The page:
Since the latest Hatsune Miku game was released in Japan mid February this year I have been anxiously awaiting news of a western release. Today, Sega announced that the game will be available on the Nintendo eShop from 15 May 2020. It appears that currently there are no plans for a physical release of the game. Pre-orders for the game are open, with the game at $60 AUD and the bundle at $90 AUD. The bundle includes the main game plus all six song packs which usually cost $10 each. Sega has also announced that if you pre-order the game, you receive a special theme song pack earlier. This theme song pack appears to be free for all players and will be released in June if you don’t pre-order. But before you spend your monies pre-ordering this game, let’s have a look at what the demo was like!
The demo includes two songs – Romeo & Cinderella and Arifureta Sekai Seifuku. Both songs can be played across all difficulties on arcade (easy, normal and hard) and mix mode. Included in the demo is also each song’s recommended module (outfit). Besides that, you can also view the music video without playing for each song and also add some special conditions like no fail mode or showing no notes. It’s very reminiscent of previous Project Diva games and won’t be much of a shock to older players. The demo version does not include a tutorial mode, but I’m sure new players will be able to pick things up easily.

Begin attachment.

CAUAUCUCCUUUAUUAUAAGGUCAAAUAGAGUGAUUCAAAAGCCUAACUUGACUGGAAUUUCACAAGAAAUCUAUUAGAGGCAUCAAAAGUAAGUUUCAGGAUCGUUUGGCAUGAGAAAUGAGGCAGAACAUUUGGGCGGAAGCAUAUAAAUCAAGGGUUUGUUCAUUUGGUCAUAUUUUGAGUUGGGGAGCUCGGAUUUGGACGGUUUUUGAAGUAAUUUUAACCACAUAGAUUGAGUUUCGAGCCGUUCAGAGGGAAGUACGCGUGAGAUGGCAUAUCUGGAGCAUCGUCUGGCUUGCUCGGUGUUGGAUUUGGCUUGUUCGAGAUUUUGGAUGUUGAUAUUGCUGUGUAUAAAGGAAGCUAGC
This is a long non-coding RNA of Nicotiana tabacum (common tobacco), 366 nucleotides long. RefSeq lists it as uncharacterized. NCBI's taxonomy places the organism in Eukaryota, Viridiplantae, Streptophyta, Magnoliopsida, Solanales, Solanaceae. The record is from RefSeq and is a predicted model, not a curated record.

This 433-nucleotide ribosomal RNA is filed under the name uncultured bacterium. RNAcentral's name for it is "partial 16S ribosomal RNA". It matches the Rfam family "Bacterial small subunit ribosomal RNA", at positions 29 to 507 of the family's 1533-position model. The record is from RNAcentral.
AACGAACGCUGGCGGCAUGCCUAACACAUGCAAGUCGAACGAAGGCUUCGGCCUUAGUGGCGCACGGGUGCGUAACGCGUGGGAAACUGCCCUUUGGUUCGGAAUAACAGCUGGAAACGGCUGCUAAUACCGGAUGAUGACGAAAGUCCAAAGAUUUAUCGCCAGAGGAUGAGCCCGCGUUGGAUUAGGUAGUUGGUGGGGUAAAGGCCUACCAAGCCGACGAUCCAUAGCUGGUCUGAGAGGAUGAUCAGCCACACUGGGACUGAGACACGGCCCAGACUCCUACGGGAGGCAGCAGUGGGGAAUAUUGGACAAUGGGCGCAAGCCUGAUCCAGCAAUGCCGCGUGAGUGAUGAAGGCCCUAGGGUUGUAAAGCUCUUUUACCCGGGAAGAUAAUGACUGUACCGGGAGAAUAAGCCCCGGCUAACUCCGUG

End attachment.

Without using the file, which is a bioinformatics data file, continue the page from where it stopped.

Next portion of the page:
What is new to the game is the aforementioned ‘mix mode’. In arcade mode you press buttons according to notes on screen in mix mode you move your controller and also press the ZL button to tap the pink or blue bars that appear. This mode is utterly mind boggling. It took me about five tries to finally get my ‘controller’ to move on the screen, otherwise it was just stuck on one side as the notes passed it by. You’re meant to hold your controller on its side, and you’re almost gripping it like a bird claw. When I finally did get the hang of it my hand was cramping from the position. I ended up switching and sticking to arcade mode, which is pretty much same old same old.
The game’s interface is gorgeous, the images are bright and colourful. You’re kind of immediately sucked into the world of Hatsune Miku. When I was playing the songs, I had the same impression of the videos. I thought the animations were smooth, the graphics sharp and the was overall just as impressed as I was with the PS4 Project Diva. But then I looked back at the screenshots I took for this review and it was a bit of a shock. For both songs, while the buttons and general info was clear and crisp, Miku was grainy. She’s almost out of focus. While it’s not a major deal breaker for me, I’m always going to buy a Miku game, it was disappointing. I’d expected an improvement from the PS4 Project Diva (which is gorgeous) and this was a let down.
As much as I dislike the mix mode, and the graphics have let me down I’m happy to see Miku back on a handheld console. While I enjoy the PS4 game, I miss being able to play while on the go. Most of my time playing the Project Diva vita games was on long trips or while waiting around somewhere. Miku has the tightest hold on my wallet, so it’s no surprise I’ll be pre-ordering the bundle. I don’t doubt I’ll have fun with it, after all it’s just more of the same old.